Business

European Union postpones women quota on boards plan

  • 23 October 2012
  • From the section Business
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Woman in silhouette
Image caption Several countries in the EU now have quota rules for the composition of their boards

EU commissioners have postponed plans to impose quotas for women on company boards.

EU Justice Commissioner Viviane Reding was pushing for a vote on Tuesday to make it mandatory for companies to keep 40% of seats for women.

But the proposals will now not be debated until November.

The quota had already run into problems after EU lawyers said the proposed law might go too far and countries could not be forced to meet the target.

Several countries, including the UK, are opposed to Ms Reding's plans.

"Gender balance directive postponed," Ms Reding said on Twitter.

"I will not give up. [Commission President Jose Manuel Barroso] will put this on the Commission agenda again before the end of November."

On Monday, the European Parliament criticised the lack of female candidates for the European Central Bank (ECB).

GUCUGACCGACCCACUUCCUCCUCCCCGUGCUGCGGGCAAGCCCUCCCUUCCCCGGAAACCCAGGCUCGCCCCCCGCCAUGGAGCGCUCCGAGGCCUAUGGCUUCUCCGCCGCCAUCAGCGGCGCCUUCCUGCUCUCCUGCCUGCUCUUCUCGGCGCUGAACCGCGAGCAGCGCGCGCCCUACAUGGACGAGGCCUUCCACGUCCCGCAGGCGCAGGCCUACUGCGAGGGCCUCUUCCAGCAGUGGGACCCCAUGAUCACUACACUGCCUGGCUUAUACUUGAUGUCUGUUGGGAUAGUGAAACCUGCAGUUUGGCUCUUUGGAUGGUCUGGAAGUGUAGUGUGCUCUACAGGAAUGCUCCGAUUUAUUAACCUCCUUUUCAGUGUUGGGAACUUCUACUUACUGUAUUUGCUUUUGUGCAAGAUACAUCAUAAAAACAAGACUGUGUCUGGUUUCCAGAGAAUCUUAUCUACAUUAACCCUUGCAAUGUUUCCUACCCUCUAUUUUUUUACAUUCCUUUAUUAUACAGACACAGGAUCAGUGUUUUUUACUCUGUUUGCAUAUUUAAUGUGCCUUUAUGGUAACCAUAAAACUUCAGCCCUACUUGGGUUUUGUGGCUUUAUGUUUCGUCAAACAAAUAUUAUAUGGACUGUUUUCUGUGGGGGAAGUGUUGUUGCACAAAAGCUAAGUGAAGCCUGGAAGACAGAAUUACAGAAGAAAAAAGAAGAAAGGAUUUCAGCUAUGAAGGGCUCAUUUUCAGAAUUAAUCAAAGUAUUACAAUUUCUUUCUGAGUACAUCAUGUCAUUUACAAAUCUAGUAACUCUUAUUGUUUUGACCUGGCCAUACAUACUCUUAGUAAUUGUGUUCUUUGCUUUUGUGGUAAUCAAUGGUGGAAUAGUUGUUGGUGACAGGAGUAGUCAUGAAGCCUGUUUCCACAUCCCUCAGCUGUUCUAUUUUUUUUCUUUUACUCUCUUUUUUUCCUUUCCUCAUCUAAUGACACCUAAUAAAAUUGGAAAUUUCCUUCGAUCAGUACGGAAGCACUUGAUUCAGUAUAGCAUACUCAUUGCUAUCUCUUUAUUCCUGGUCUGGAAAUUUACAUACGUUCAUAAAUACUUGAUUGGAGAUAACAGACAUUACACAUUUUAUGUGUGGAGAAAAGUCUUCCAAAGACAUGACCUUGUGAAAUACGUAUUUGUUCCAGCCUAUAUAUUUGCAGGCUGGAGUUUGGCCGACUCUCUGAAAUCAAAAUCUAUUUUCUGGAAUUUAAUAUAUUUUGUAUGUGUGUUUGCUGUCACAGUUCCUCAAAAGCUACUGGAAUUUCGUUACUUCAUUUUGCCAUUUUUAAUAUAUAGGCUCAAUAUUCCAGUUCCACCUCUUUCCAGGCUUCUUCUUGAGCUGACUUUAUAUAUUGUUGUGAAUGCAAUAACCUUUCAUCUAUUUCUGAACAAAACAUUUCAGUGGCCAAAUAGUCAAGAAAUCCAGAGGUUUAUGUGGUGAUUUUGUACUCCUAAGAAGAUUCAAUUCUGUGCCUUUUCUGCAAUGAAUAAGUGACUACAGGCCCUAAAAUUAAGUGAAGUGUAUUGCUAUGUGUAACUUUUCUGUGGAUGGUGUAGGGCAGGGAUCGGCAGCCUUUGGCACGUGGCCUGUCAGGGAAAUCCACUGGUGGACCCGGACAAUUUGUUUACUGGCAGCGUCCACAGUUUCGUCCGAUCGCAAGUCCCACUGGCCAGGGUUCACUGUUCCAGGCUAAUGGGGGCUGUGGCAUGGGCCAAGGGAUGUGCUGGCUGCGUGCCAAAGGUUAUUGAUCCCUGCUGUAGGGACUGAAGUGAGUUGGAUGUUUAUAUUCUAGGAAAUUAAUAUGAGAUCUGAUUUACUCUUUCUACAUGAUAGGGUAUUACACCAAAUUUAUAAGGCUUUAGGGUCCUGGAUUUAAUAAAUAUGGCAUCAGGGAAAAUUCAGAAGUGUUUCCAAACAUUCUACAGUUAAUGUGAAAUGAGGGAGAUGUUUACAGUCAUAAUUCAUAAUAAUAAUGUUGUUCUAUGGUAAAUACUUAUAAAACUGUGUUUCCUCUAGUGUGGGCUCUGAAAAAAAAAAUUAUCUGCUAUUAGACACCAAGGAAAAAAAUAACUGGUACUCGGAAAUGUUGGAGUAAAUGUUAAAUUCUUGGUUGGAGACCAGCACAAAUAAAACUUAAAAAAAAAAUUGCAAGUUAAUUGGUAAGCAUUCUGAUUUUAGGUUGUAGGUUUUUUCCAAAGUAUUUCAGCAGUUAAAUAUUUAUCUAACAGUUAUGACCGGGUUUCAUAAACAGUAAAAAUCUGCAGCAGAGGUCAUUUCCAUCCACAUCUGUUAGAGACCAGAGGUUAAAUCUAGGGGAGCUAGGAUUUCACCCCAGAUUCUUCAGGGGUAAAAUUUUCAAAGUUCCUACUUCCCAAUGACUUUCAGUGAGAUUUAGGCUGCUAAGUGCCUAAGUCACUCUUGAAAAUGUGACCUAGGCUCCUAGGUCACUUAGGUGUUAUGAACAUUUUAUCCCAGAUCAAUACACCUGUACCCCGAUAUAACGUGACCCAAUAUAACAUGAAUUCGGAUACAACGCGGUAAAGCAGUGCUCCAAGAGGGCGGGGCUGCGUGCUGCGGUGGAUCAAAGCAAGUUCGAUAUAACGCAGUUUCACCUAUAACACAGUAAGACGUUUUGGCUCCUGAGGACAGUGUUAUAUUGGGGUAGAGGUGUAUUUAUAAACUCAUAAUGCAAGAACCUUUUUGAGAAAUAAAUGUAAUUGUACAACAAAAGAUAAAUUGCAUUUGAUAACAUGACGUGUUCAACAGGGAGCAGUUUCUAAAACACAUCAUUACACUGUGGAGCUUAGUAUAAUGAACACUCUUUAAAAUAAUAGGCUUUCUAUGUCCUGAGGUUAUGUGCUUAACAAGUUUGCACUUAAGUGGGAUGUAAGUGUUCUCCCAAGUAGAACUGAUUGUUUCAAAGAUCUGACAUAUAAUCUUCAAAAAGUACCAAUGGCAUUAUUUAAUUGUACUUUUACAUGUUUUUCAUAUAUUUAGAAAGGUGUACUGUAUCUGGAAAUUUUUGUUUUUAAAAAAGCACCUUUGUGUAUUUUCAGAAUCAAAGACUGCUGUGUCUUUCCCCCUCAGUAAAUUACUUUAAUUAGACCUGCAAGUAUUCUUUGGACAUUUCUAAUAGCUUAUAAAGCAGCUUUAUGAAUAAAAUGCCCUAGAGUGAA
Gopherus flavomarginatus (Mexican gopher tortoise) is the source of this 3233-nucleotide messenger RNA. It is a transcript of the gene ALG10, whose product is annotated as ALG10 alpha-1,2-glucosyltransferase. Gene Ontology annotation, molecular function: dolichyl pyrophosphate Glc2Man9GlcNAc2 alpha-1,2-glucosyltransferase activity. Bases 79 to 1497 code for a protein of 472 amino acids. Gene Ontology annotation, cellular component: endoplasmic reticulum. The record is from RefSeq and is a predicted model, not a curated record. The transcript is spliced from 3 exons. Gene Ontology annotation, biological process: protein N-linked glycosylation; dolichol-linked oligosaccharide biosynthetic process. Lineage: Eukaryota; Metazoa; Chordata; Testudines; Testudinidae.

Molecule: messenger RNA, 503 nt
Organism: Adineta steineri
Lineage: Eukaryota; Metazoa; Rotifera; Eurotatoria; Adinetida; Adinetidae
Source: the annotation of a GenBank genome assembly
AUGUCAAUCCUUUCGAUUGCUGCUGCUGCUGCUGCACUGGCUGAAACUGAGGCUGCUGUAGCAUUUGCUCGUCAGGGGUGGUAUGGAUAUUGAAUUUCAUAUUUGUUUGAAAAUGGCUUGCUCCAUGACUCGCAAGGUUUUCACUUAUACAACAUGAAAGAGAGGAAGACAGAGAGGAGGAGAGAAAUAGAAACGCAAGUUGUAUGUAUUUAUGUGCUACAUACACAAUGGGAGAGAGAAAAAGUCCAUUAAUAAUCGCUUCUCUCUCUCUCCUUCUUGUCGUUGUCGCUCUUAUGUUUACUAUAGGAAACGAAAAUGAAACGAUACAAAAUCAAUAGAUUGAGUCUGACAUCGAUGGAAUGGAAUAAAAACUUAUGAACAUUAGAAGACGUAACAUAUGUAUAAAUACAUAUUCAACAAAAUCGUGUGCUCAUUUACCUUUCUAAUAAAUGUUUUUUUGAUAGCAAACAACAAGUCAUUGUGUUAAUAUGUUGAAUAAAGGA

A parliamentary committee - in a resolution passed by 21 votes to 12, with 13 absentions - called on the European Council to withdraw the candidacy of Luxembourg's Yves Mersch for the ECB executive board, saying his appointment would mean that the board would be all male up until 2018.

'Time is now'

The debate on Ms Reding's plan was due in Strasbourg on Tuesday, which could have led to a vote in the European Parliament to make gender quotas mandatory across the 27 countries in the European Union.

But lawyers told the Commission that the 40% quota plan, including hefty sanctions on companies in EU countries that did not meet the target, could not be enforced under EU treaties.

Earlier reports had suggested the directive was being diluted, before a decision was made to postpone it.

At the moment, less than 15% of board positions in EU member states are currently held by women, according to the Commission.

Ms Reding's proposals on compulsory numbers of women come after France, Spain, Italy, Iceland and Belgium introduced quota laws. Norway, which is not an EU member, has had a 40% quota since 2003.

Her opponents argue that voluntary targets and increased efforts to change attitudes would be more effective in the long run.

UK Business Secretary Vince Cable is leading a campaign against the quota proposals, backed by ministers from eight other countries.

In the UK, the percentage of women on the boards of FTSE 100 companies has risen over the past year to a record 16%, but the UK government wants the biggest listed companies to have a minimum 25% of female directors by 2015.

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